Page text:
If we were trying to build a sausage machine, for example, our final desired outcome might be to produce the village’s tastiest and healthiest sausage? Or it might be an even broader goal than that – it could be that we want to provide the most affordable and yet nourishing meat good for the village? In the case of a sausage machine you might think it’s easy to work out your success matrix. But it is possible for the sausage company to get distracted. For example, they might find that they start attracting employees whose passion is high speed sausage machines, and they are committed to pumping out thousands of sausages per hour! For them success is speed of throughput. At the end of the year, the sausage company might have multiplied the number of sausages produced by ten, but to what cost? The CEO of the sausage company, has to go back to the plans, and remind their team of what they are ultimately trying to do. If they are off track, perhaps the high speed machine needs to go? Perhaps the ingredients need changing? Perhaps staff need to be cut or be given a new job description? And so on….
Once a minister, church or denominational office can name their intended ‘throughput’ they can reverse engineer how they use their week, how they do staffing, how they budget and so on. St Edward’s Hospital should have had a ‘throughput’ that was something like ‘a healed person’ – to achieve this they need sick people to heal, not just hospital staff. Perhaps a church’s throughput could be ‘a faithful and obedient disciple of Jesus Christ’? (see below) If this was the case, then they could reverse engineer their activities. What do we need to do to make faithful and obedient disciples? Let’s do that. Then the minister can know their place in that disciple ‘sausage machine.’ Their role might be to coach leaders of discipleship group, or it could be to teach people how to be disciples, maybe they should model what it means to be a faithful disciple? Or all of the above. After this process of resetting the ministry machine, it will be less likely that the minister and the church will be simply expending energy for the wrong reason (or shuffling paper.)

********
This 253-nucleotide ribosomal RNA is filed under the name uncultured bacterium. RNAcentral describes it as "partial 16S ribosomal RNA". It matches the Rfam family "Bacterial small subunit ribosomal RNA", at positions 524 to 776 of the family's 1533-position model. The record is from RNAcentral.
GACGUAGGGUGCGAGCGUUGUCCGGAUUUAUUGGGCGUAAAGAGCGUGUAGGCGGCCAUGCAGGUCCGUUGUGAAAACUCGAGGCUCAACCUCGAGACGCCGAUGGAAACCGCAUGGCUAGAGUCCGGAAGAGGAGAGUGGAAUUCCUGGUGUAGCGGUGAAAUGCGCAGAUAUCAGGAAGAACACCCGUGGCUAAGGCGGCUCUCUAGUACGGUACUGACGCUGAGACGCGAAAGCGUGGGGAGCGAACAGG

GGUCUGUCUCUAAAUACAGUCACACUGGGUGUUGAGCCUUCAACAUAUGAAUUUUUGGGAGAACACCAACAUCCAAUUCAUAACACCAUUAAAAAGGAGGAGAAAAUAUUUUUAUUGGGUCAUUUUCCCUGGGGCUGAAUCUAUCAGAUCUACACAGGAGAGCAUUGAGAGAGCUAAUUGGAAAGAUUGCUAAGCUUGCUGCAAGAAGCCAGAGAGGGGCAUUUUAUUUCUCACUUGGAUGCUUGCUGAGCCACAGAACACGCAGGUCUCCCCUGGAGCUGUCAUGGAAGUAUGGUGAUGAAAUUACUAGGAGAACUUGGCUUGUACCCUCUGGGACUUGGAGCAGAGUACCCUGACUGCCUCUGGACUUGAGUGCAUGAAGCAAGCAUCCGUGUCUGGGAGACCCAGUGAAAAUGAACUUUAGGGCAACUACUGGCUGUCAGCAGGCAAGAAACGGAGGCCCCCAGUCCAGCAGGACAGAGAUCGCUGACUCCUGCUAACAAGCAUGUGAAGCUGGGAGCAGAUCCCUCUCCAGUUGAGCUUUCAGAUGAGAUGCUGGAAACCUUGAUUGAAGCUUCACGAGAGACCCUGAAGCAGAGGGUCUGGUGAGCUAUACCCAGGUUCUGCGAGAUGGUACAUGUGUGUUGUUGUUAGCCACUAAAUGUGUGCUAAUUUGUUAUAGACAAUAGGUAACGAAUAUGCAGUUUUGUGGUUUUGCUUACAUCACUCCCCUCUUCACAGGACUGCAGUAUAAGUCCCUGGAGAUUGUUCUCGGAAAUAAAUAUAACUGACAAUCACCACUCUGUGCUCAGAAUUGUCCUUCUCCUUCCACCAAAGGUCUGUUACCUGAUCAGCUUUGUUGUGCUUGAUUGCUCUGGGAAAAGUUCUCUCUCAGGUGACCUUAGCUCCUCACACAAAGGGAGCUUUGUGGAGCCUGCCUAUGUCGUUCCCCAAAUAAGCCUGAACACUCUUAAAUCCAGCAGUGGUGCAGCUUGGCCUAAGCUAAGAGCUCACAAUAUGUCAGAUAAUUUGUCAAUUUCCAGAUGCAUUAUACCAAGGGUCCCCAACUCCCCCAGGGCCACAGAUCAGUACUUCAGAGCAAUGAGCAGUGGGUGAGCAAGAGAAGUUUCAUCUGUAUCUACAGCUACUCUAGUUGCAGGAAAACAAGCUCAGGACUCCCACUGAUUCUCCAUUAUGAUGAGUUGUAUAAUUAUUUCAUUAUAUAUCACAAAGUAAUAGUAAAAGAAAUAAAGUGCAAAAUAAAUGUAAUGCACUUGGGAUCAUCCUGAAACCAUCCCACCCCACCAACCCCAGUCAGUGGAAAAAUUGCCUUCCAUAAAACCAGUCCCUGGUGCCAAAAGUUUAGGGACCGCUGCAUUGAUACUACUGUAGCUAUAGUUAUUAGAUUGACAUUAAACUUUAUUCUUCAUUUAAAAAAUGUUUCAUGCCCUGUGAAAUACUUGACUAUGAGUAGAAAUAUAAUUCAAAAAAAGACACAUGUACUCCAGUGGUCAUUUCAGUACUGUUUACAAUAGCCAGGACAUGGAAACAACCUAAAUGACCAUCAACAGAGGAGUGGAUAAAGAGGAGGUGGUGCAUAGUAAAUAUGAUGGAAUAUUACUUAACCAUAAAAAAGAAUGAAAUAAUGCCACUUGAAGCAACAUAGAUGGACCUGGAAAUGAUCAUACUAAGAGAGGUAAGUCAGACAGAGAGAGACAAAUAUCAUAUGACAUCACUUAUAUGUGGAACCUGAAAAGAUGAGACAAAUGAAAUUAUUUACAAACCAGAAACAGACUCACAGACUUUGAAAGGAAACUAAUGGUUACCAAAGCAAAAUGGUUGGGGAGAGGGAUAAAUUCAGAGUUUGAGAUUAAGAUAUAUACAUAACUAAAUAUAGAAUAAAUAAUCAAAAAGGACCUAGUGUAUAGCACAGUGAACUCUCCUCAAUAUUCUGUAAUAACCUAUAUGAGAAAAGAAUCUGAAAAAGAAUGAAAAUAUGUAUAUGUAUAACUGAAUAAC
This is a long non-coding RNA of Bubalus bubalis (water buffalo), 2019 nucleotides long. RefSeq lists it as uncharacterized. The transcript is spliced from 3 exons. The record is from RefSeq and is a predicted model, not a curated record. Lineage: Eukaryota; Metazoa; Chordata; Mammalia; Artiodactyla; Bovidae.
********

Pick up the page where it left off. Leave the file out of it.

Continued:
Of course, the same can be applied at the denominational level. Denominational leaders should be asking, at the end of all of this, what do we want to see? A healthy and faithful Church? If so, then the denominational head office should reverse engineer their processes, budgeting and staffing until they know how to move and actually have action.
A universal throughput for the Church?
The question begs of whether there is, in fact, a throughput that the Bible points to. A good place to start is Revelation 2-3 where Jesus give his criteria for a “success” matrix. Here Jesus goes through each of the seven churches in Asia Minor and gives them a score card for (1) faithfulness to the gospel (2) obedience to God. You can think of their report card as like a truth table:
Faithfulness to the gospel
Obedience to God
Some of the churches were faithful but not obedient, some were obedient but let the false teachers have influence, Laodicea failed at both but Sardis and Philadelphia seemed to succeeded at both albeit under great trials and persecution. Perhaps, then all that a ministry or a church needs to aim for are disciples who are faithful to the gospel and obedient to God?
It might be that once the throughput is defined you still find yourself doing lots of activities, but hopefully you will have more purpose and drive, and will know the difference between simple motion and purposeful action.
Two good books that explore the concept of ministry throughput are: